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Old Parish Church of Peebles


(Peebles Old Parish Church)

Old Parish Church of Peebles
©2016 Gazetteer for Scotland

Old Parish Church of Peebles

A massive Gothic edifice, its size exaggerated by its dramatic position on Castle Hill adjacent to the Tweed Bridge, the Old Parish Church of Peebles dominates the western end of the town's High Street. It was the work of Paisley-born architect William Young (1843 - 1900) and cost £9500. The entrance lies at the top of a broad flight of steps, with a large bell-tower off-centre to the left of the facade. This tower also contains a clock and is capped with a crown, not unlike that of St. Giles Kirk in Edinburgh. The size of the church can best be appreciated from the River Tweed which flows immediately to the south.

The church was dedicated on 29th March 1887 and is now B-listed. This was the fifth parish church in Peebles and substantial ruins of two of its predecessors remain; namely St. Andrew's Old Parish Church (1195 - 1549) and the Cross Kirk (1261 - 1783, serving as the parish church from 1560). A new church opened on the site of the present church in 1784 and this served the parish until its closure and demolition in 1885.

The pleasant interior is formed of buff sandstone ashlar and rich oak. Stained glass is by Glasgow-born Daniel Cottier (1837-91), who influenced Tiffany in New York. It features scenes from the life of Christ, the saints, prophets and virtues, and includes a small rose window above the chancel arch. Hanging high above the nave are the flags of the Peeblesshire Local Militia, which was raised in 1808 to protect against the threat of invasion by Napoleon but disbanded in 1816. An eagle lectern was gifted in 1897 to commemorate the Queen Victoria's Diamond Jubilee.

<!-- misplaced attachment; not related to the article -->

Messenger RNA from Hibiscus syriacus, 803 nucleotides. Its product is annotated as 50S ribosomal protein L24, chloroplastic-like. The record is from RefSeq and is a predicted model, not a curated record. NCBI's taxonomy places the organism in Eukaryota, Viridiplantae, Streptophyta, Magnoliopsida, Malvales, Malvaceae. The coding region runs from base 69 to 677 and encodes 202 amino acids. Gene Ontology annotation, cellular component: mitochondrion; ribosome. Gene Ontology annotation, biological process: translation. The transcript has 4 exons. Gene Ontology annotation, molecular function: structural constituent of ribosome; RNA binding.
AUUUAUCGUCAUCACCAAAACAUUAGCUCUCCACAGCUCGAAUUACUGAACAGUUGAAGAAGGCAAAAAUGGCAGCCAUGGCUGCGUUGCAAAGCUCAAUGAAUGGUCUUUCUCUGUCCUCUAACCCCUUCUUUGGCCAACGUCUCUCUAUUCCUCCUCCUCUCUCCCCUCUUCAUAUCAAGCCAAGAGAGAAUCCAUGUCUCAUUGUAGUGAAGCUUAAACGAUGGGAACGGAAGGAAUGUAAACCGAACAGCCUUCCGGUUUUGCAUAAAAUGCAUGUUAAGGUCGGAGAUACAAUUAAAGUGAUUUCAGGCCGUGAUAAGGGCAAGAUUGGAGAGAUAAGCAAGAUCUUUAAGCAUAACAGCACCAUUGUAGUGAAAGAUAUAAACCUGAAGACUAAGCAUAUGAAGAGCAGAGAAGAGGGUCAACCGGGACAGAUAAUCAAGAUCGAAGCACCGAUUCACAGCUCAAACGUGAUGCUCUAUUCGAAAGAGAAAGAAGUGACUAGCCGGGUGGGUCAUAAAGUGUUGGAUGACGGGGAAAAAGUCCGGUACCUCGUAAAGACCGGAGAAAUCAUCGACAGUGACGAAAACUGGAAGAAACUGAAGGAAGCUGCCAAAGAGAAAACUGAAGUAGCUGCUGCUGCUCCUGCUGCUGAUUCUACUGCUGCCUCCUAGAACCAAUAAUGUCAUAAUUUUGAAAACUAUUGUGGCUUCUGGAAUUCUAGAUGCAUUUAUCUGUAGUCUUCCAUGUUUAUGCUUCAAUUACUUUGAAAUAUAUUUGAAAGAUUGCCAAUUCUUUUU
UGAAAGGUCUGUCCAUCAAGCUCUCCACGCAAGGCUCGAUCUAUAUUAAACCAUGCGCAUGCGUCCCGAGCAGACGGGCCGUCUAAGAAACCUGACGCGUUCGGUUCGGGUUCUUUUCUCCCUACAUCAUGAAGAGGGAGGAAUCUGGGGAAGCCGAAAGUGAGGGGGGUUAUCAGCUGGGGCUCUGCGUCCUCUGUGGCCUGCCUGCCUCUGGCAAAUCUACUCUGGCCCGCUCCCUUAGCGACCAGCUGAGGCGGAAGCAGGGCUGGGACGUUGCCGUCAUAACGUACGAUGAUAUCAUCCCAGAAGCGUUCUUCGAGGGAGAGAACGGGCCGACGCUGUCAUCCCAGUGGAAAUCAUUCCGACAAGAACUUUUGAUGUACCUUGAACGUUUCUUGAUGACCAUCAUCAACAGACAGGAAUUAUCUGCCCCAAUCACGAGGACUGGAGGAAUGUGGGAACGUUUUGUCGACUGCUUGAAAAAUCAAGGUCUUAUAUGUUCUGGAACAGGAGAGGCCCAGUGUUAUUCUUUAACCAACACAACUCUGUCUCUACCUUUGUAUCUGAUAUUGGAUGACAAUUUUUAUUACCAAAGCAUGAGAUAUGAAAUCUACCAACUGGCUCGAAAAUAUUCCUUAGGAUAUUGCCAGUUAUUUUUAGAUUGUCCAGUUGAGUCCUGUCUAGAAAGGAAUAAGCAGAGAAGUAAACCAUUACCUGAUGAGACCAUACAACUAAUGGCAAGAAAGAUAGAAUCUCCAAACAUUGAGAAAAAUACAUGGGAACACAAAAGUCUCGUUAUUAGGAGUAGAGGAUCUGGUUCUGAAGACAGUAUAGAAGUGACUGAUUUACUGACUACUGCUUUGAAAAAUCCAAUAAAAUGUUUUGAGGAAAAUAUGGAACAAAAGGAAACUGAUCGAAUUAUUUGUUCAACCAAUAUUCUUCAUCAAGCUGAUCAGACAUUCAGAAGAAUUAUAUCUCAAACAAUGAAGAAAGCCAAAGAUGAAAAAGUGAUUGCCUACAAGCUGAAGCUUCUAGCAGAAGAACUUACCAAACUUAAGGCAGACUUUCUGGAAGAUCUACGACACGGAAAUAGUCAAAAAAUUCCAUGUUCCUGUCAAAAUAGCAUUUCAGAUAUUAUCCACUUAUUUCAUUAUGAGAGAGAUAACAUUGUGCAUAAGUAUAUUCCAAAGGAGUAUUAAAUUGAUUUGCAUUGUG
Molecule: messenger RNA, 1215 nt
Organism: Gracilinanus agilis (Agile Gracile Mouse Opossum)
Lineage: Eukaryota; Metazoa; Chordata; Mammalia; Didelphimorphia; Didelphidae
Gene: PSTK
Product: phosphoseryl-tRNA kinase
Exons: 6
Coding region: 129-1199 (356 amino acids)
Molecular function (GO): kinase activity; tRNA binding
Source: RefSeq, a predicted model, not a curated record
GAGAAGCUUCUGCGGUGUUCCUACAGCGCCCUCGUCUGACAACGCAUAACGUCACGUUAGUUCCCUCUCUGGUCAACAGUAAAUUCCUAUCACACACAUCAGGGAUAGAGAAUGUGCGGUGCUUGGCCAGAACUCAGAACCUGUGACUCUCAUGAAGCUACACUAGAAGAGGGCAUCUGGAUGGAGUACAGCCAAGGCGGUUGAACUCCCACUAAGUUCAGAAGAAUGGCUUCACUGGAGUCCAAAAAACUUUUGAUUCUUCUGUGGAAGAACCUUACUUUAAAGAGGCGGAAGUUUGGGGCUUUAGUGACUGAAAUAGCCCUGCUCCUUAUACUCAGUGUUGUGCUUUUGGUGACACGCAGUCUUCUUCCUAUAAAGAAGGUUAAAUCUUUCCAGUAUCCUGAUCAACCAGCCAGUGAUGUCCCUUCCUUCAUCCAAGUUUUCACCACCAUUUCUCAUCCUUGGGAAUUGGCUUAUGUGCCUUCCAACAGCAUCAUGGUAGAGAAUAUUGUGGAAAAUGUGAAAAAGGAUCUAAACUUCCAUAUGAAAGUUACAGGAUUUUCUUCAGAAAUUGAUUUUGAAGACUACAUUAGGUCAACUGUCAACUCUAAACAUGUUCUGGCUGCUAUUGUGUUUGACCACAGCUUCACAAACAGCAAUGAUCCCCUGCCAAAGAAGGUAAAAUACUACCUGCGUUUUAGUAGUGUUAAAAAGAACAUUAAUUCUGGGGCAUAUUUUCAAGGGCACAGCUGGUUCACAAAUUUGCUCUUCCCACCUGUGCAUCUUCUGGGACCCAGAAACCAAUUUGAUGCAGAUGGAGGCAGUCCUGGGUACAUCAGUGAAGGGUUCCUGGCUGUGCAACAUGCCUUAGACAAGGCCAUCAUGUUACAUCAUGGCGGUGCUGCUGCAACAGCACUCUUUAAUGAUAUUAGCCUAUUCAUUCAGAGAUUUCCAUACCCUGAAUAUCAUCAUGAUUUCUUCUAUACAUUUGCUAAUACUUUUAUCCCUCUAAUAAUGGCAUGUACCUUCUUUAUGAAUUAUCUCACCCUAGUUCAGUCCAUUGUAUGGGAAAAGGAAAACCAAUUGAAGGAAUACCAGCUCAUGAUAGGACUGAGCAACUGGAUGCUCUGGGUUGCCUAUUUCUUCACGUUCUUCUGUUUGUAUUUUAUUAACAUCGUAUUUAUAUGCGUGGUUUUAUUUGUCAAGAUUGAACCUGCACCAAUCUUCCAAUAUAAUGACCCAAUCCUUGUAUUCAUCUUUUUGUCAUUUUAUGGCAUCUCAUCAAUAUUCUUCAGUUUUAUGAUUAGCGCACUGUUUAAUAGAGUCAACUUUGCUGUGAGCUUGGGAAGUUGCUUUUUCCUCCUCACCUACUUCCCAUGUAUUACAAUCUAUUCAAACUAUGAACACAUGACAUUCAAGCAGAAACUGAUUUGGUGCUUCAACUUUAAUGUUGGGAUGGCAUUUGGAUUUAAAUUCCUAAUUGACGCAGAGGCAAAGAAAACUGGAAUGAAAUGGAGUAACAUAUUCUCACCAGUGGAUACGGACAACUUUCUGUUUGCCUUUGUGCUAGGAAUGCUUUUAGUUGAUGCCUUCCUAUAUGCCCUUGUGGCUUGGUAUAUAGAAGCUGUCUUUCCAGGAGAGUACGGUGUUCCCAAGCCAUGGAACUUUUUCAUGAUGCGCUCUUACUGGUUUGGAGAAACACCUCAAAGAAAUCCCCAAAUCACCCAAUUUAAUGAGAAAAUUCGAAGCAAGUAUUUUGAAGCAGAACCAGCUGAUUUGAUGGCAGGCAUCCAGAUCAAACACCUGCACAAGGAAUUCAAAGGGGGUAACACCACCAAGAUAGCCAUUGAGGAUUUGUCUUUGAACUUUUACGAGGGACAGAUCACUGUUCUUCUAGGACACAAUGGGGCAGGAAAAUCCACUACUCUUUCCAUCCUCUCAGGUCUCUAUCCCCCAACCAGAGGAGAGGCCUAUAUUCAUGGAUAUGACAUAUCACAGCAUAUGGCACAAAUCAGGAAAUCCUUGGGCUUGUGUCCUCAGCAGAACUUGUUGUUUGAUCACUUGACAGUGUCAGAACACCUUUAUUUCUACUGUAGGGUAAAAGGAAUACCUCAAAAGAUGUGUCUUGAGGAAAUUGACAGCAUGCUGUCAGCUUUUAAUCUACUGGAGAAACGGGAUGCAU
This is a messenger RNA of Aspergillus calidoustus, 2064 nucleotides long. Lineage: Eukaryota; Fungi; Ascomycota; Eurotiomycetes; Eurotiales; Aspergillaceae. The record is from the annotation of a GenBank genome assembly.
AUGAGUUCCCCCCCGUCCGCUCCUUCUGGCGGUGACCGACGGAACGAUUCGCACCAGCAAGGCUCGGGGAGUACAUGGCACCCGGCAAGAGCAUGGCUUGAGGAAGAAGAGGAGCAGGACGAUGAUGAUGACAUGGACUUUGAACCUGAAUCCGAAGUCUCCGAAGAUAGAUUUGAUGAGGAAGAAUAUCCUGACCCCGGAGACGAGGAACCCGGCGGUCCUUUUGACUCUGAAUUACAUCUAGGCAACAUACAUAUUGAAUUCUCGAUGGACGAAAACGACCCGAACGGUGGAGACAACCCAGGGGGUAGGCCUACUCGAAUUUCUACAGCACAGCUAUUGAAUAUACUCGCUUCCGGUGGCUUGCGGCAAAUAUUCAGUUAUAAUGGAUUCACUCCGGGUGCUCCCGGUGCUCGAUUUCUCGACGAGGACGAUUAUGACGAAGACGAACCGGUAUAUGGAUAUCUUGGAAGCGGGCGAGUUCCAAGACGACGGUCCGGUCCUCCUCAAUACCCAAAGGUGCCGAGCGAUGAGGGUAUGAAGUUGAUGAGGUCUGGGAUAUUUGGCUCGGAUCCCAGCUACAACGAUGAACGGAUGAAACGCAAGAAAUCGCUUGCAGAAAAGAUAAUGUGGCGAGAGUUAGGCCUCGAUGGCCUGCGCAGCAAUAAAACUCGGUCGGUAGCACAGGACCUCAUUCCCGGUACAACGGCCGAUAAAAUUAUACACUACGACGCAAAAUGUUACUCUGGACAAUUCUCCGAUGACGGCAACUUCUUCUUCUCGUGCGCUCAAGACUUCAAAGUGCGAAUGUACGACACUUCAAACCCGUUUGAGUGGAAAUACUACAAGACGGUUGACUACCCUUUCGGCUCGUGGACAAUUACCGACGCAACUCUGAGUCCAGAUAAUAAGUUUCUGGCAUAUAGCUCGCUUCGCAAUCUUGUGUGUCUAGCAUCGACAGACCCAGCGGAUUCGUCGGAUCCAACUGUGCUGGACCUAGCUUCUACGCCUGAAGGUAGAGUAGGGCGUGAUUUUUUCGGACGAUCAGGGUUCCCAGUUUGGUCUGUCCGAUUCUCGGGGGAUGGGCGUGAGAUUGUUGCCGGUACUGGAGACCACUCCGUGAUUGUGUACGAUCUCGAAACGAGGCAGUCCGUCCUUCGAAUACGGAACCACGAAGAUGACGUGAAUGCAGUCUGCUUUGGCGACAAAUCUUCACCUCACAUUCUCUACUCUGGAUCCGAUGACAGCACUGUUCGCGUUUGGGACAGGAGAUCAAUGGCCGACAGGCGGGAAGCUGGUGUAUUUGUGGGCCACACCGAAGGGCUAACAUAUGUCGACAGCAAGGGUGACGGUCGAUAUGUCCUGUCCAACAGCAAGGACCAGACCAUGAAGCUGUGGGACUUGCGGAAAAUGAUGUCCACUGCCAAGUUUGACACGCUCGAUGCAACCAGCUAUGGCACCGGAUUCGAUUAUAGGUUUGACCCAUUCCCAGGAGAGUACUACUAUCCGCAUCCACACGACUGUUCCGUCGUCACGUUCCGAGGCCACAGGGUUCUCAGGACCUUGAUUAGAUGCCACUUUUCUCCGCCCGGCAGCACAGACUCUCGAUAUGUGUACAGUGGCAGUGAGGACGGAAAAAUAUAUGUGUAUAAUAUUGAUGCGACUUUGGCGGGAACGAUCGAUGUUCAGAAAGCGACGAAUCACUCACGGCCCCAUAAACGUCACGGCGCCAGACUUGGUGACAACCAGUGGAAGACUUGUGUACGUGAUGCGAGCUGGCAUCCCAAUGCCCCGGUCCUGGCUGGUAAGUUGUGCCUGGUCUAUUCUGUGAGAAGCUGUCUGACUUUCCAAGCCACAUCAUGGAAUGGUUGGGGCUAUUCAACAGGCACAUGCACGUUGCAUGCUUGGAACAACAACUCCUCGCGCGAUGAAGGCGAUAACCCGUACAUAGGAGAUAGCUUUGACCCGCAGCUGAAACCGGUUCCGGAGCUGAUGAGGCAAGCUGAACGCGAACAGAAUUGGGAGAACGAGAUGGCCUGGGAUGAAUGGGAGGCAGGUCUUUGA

Music forms an important backdrop to worship; the church has its own Musical Director and active choir. The organ is a French instrument built by Cavaillé-Coll in 1887. It was rebuilt and reduced from three manuals to two by Willis of London in 1937 and then rebuilt for a second time in 1972 by Rushworth & Dreaper of Liverpool. An supplementary choir organ was installed in 1989 by R.C. Goldsmith Ltd. which is operated by a new third manual. Further work in 2002 brought tonal improvements and two new stops were added in memory of Iain Cruickshanks, who served as organist and choir-master.

The church is also the base for an enthusiastic group of bell-ringers. The thirteen bells are unusual. Hung in 1939-40, although not rung for the first time until the end of World War II, they do not swing but are instead struck by hammers which are initiated by a single bell-ringer using a keyboard. They were donated by Dr. Alfred Ernest Maylard in memory of his wife. Maylard was a noted surgeon in the Victoria Infirmary (Glasgow), author of medical books and a founding member of the Scottish Mountaineering Club. He died in Peebles in 1947.

Behind the Church, is a Church Centre, which opened in 1982. This comprises two halls; the MacFarlane Hall seating 220 people, and a smaller hall which can seat 50. This facility is used by a range of community groups.


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